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Again, though, presidential elections are fought across 50 states and the District of Columbia (“DC”), with the plurality winner in each state/DC winning every electoral vote (“EV”) from that state. Table 2 lists the number of polls within each state assessing Biden vs. Trump since January 1, 2019, plus that state’s 3W-RDM, my estimate of much more or less Democratic than the nation a state has voted over the last three presidential elections; eight states[2] and DC have not been polled.

Table 2: Number of state-level polls assessing Biden vs. Trump since January 1, 2019

State3W-RDMOverall2020
Michigan2.27561
Wisconsin0.77360
North Carolina-6.06956
Pennsylvania-0.46253
Florida-3.45345
Arizona-9.75244
Texas-15.34833
Georgia-9.63126
Ohio-5.82016
California23.22014
Iowa-4.72013
New Hampshire0.11510
Minnesota1.51413
Colorado2.21210
Virginia1.5128
Kentucky-28.7119
Maine5.9118
Montana-18.6109
South Carolina-15.7108
Missouri-15.997
Massachusetts22.187
Nevada2.084
New York21.677
Utah-33.176
Washington12.175
New Jersey12.066
Connecticut12.864
Alabama-28.455
Kansas-23.455
Mississippi-18.544
Oklahoma-38.144
Alaska-19.243
North Dakota-29.442
New Mexico6.533
Tennessee-25.833
Indiana-16.333
Maryland22.622
Delaware12.522
Arkansas-28.211
Hawaii34.311
Louisiana-22.211
West Virginia-35.511
TOTALD-6.1719582

Nineteen states have been polled at least 10 times since January 1, 2019, of which 14 have been polled at least 10 times in 2020. Four of the top five, along with suddenly-swing North Carolina, are the closest states won by Trump in 2016: Michigan, Wisconsin, Pennsylvania, Florida. Five other Republican-leaning states have been frequently polled: Arizona, Georgia, Texas, Ohio and Iowa, reflecting their status as ongoing or emerging battlegrounds. California, with 54 EV, rounds out the 11 states polled at least 20 times overall.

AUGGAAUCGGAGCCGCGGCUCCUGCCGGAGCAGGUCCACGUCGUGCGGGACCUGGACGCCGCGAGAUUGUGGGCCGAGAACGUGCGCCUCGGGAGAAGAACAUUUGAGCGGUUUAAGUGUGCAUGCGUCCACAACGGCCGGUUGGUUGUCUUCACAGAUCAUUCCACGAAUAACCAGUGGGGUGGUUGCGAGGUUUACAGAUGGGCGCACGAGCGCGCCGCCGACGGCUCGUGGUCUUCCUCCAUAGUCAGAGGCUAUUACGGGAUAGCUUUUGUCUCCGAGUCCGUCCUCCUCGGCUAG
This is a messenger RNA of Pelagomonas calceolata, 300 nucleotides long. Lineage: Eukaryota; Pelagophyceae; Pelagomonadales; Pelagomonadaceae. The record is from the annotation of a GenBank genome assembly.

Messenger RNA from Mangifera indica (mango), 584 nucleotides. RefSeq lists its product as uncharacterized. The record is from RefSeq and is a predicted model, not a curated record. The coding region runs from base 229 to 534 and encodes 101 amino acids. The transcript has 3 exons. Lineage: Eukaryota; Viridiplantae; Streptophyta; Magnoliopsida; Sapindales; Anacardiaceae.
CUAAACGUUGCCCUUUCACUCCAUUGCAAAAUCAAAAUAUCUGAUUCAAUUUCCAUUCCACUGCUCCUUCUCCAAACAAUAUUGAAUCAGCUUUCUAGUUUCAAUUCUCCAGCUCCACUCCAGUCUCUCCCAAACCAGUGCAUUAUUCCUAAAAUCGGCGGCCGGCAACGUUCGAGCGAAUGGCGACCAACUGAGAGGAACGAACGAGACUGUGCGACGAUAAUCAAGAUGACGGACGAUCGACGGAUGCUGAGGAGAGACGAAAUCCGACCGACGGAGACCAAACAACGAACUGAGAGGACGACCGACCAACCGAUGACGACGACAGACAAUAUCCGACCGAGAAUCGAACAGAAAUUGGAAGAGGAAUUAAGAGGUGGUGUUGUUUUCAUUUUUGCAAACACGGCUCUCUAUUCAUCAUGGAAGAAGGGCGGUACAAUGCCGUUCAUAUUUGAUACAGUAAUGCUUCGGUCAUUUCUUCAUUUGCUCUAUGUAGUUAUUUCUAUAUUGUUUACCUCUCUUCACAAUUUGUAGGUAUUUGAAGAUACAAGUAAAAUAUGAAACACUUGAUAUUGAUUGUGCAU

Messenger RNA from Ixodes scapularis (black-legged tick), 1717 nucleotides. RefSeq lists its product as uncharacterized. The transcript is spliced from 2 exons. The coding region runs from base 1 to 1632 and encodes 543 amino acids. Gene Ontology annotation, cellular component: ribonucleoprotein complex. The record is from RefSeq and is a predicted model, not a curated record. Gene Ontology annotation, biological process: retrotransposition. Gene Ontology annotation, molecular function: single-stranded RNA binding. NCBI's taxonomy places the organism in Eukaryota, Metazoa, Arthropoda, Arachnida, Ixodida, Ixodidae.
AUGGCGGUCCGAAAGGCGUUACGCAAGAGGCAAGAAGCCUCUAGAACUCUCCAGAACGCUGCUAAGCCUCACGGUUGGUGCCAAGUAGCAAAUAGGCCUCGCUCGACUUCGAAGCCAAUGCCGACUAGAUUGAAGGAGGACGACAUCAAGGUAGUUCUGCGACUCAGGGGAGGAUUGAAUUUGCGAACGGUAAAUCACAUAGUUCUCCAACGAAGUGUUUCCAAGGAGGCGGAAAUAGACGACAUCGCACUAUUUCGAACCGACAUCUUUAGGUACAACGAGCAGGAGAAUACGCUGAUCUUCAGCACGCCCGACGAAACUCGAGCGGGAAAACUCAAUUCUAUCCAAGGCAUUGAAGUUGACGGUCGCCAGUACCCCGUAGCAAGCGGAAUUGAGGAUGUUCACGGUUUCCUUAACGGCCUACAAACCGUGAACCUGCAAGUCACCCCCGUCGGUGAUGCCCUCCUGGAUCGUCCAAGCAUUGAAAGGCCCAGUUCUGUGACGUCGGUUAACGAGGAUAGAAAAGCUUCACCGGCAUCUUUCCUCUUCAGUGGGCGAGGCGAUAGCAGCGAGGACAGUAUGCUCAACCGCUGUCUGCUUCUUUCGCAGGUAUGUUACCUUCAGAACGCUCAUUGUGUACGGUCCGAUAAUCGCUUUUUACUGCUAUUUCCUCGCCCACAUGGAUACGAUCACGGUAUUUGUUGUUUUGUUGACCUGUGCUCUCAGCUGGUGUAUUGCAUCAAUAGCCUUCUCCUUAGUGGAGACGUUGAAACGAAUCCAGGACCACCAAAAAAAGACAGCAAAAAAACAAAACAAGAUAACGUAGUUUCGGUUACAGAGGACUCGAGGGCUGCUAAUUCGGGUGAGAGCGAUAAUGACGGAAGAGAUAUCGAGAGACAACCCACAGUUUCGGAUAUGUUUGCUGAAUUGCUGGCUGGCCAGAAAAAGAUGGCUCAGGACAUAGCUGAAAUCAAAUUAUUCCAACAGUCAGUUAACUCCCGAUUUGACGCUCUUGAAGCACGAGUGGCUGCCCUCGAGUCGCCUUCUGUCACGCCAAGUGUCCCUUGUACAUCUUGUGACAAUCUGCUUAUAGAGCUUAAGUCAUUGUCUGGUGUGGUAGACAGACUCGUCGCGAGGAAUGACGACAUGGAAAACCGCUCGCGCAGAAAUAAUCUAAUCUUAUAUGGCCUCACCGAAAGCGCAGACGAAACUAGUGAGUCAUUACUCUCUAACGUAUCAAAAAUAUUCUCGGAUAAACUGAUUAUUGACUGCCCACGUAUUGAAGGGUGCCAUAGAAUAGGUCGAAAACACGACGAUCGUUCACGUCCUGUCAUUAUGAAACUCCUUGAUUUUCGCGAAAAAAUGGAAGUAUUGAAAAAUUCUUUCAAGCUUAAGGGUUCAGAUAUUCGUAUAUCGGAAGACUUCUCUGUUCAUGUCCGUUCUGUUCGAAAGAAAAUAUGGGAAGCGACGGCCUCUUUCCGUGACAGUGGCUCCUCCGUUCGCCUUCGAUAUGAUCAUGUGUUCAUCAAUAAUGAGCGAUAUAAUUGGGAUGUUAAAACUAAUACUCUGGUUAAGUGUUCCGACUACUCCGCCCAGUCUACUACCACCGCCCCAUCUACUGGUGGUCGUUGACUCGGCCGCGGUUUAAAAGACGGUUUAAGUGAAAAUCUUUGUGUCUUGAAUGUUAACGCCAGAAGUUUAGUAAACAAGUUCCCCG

National averages still matter, though. Combined with 3W-RDM, they provide the “expected Democratic-minus-Republican margin” in each state in 2020, all else being equal. For example, North Carolina has recently been 6.0 points less Democratic than the nation as a whole. Adding that to Biden’s current national margin (-6.0 +7.5 = +1.5) suggests Biden is slightly favored to win North Carolina in 2020, based solely on its recent voting history. Indeed, Biden leads Trump by an adjusted mean of 1.9 points in 52 polls conducted in North Carolina. Table 3 lists every state’s expected value and WAPA.

Table 3: Expected and actual polling margins for Biden over Trump in each state in November 2020

State3W-RDMExpectedWAPAWAPA-Expected
DC82.089.5  
Hawaii34.341.829.1-12.7
Vermont27.735.2  
California23.232.728.4-2.3
Maryland22.630.124.6-5.5
Massachusetts22.129.634.34.7
New York21.629.125.9-3.2
Rhode Island18.025.5  
Illinois14.722.2  
Connecticut12.820.317.9-2.4
Delaware12.522.019.2-0.8
Washington12.119.624.65.1
New Jersey12.019.518.2-1.3
Oregon8.716.2  
New Mexico6.514.011.3-2.7
Maine5.913.410.4-3.0
Michigan2.29.77.0-2.7
Colorado2.29.712.12.5
Nevada2.09.53.8-5.7
Minnesota1.59.07.7-1.3
Virginia1.59.09.60.6
Wisconsin0.78.25.0-3.2
New Hampshire0.17.65.2-2.4
Pennsylvania-0.48.15.1-2.0
Florida-3.44.13.9-0.2
Iowa-4.72.8-1.6-4.4
Ohio-5.81.70.4-1.3
North Carolina-6.01.51.90.4
Georgia-9.6-2.1-0.71.3
Arizona-9.7-2.22.95.1
Texas-15.3-7.8-2.05.7
South Carolina-15.7-8.2-7.30.9
Missouri-15.9-8.4-6.32.2
Indiana-16.3-8.8-13.9-5.2
Mississippi-18.5-11.0-11.9-0.9
Montana-18.6-11.1-8.92.2
Alaska-19.2-11.7-4.37.3
Louisiana-22.2-14.7-11.23.5
Kansas-23.4-15.9-9.36.7
Nebraska-25.8-18.3  
South Dakota-25.8-18.3  
Tennessee-25.8-18.3-14.53.9
Arkansas-28.2-20.7-3.517.2
Alabama-28.4-20.9-18.22.7
Kentucky-28.7-21.2-17.04.2
North Dakota-29.4-21.9-20.41.5
Utah-33.1-25.6-13.112.5
Idaho-34.2-26.7  
West Virginia-35.5-28.0-34.3-6.3
Oklahoma-38.1-30.6-23.07.7
Wyoming-45.7-38.2  
AverageD-6.4Biden+1.5*Biden+2.1+0.7

* Only for the 42 states with both measures

The correlation between the expected margin and WAPA is +0.961, meaning polling matches expectations extremely well—as one increases or decreases, so does the other. Still, Biden is polling slightly ahead of those fundamentals, meaning state-level polling as a whole is even better for Biden than his excellent national polling; that said, the difference vanishes once you adjust for a state’s 2016 presidential election turnout.[3]